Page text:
Ever since app subscriptions became a thing, many of us have found ourselves going a bit wilder with our spending then we used to. After all, it’s easy to sign up for an app’s trial, then forget all about it until the payments stack up. During the COVID-19 era, this problem became even more pronounced. It may be time to do some fall app subscription cleanup.

Subscribing To This, Subscribing To That

Over the last 18 months, quite a few of us have spent much more money and time on digital entertainment than we ever thought possible. As the lockdown grew longer and longer, so did our screen times. Whether we wanted to binge a classic television show or keep up with the latest sports, there was a subscription for that.

In households where more than one person might begin a subscription, this could get even more expensive. For example, Bloomberg’s Austin Carr discovered his family was somehow paying twice for Peacock. Neither he nor his wife could remember when they begin subscribing to it, or why. As the dollars added up, the couple realized it was probably time for some fall app subscription cleanup.

How Your Fall App Subscription Cleanup Could Be Like Whack-a-Mole

Over the course of the lockdown, Carr and his wife subscribed to a bunch of streaming TV and movie subscriptions. They had the usual suspects, like Hulu, Netflix, and HBO Max. They also subscribed to YouTube Premium, the aforementioned two subscriptions to Peacock, and more.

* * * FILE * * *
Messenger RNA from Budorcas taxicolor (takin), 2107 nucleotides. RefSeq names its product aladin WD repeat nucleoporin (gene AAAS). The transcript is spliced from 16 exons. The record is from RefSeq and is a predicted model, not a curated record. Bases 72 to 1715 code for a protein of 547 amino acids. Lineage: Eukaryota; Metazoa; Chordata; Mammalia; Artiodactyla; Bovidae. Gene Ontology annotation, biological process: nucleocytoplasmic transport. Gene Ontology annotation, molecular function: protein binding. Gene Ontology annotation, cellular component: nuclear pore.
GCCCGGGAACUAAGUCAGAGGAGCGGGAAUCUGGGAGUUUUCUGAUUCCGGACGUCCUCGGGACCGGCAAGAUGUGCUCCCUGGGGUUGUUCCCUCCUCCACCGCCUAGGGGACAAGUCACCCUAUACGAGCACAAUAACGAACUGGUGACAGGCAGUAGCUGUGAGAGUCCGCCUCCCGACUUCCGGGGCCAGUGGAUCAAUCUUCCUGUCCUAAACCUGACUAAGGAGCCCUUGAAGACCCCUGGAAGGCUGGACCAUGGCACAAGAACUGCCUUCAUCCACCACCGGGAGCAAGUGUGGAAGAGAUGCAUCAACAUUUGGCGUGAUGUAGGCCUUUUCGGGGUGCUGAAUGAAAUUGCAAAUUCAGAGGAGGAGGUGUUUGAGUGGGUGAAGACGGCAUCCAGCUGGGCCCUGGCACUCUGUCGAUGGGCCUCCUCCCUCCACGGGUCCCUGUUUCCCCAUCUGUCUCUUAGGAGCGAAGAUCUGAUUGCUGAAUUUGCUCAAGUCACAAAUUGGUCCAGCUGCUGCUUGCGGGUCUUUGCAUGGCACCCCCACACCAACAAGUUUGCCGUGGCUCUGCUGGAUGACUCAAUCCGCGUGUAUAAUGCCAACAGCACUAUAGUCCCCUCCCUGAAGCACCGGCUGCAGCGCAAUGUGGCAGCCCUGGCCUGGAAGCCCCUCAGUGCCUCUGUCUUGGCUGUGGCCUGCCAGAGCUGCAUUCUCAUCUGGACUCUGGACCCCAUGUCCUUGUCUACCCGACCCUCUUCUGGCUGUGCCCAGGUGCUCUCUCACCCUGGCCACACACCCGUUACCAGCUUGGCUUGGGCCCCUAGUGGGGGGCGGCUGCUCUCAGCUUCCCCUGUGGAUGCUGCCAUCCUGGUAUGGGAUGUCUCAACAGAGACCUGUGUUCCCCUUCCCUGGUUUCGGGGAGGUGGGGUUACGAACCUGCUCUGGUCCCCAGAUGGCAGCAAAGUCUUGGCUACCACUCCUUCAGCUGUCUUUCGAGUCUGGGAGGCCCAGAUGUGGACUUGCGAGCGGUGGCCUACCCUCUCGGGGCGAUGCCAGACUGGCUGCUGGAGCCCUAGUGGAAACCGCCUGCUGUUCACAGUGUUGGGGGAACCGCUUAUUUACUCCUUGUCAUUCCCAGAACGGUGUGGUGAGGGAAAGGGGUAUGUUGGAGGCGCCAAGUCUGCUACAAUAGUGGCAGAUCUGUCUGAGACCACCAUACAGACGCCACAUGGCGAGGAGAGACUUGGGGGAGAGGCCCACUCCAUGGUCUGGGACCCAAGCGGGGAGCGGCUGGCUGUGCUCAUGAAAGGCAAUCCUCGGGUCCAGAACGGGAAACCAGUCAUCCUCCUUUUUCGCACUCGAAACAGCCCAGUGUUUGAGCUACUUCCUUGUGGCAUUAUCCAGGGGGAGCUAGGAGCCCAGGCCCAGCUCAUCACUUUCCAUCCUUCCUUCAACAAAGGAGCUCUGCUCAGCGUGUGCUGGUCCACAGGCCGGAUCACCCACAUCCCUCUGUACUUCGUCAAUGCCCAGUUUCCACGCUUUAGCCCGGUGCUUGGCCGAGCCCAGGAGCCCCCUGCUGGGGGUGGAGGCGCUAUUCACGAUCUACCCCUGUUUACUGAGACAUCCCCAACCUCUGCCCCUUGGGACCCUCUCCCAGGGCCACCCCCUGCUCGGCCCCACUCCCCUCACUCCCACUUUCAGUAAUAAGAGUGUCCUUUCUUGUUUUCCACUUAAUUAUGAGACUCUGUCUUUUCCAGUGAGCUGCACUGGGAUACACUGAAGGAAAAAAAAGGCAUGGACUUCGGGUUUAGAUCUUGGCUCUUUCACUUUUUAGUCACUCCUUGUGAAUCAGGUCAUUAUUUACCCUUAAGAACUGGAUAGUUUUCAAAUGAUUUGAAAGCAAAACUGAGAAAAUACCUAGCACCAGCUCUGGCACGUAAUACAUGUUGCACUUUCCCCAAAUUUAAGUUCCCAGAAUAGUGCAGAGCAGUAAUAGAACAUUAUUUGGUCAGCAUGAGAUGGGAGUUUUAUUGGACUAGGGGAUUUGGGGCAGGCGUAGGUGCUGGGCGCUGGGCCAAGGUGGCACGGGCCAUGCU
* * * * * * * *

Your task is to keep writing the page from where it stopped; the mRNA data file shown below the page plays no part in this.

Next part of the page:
Trying to track down all of these subscriptions was what Carr described as a game of whack-a-mole. The family subscription to Disney+ was hiding in the Verizon wireless bill. A subscription to Discovery Plus was squirreled away inside his wife’s Apple account. They also found a forgotten free trial of Paramount + that was adding to the nickel and dime effect.

In their calculations, they discovered they were paying roughly $175 a year for their various app subscriptions. There was Seamless+ food delivery, PlushCare for tele-health services, Zipcar, and all of the entertainment subscriptions.

Deciding What Stays and What Goes

Your experience could very well be similar. As we begin to crawl out of our pandemic-inspired isolation, it may be time to do some fall app subscription cleanup. Focusing on value is key for me, at least. Subscriptions like Amazon Prime will never go away. The free delivery, streaming content, and other things that come along with my Prime membership make that well worth the cost.

Other services, such as Audible and Microsoft Office 365, on the other hand, won’t make the cut. It’s all about figuring out which subscriptions I’m getting the most from, and culling the rest. If you need guidance on how to cancel those unused iPhone app subscriptions, Andrew Orr’s how-to should be required reading. You may want to check for subscriptions on your Mac, too.

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geoduck

It’s no problem for me. I don’t rent software. I’ll pay for ongoing services, cloud space, an anti-malware package, but not software. It hasn’t been too much of a problem, usually I just have to choose a different app, (Enpass rather than 1Password for example). Only on one or two occasions has an app I use decided to go rental. Once that announcement was made, they are dead to me. I transitioned off as fast as I could.

If all of users took a stand we could stamp out this pestilence.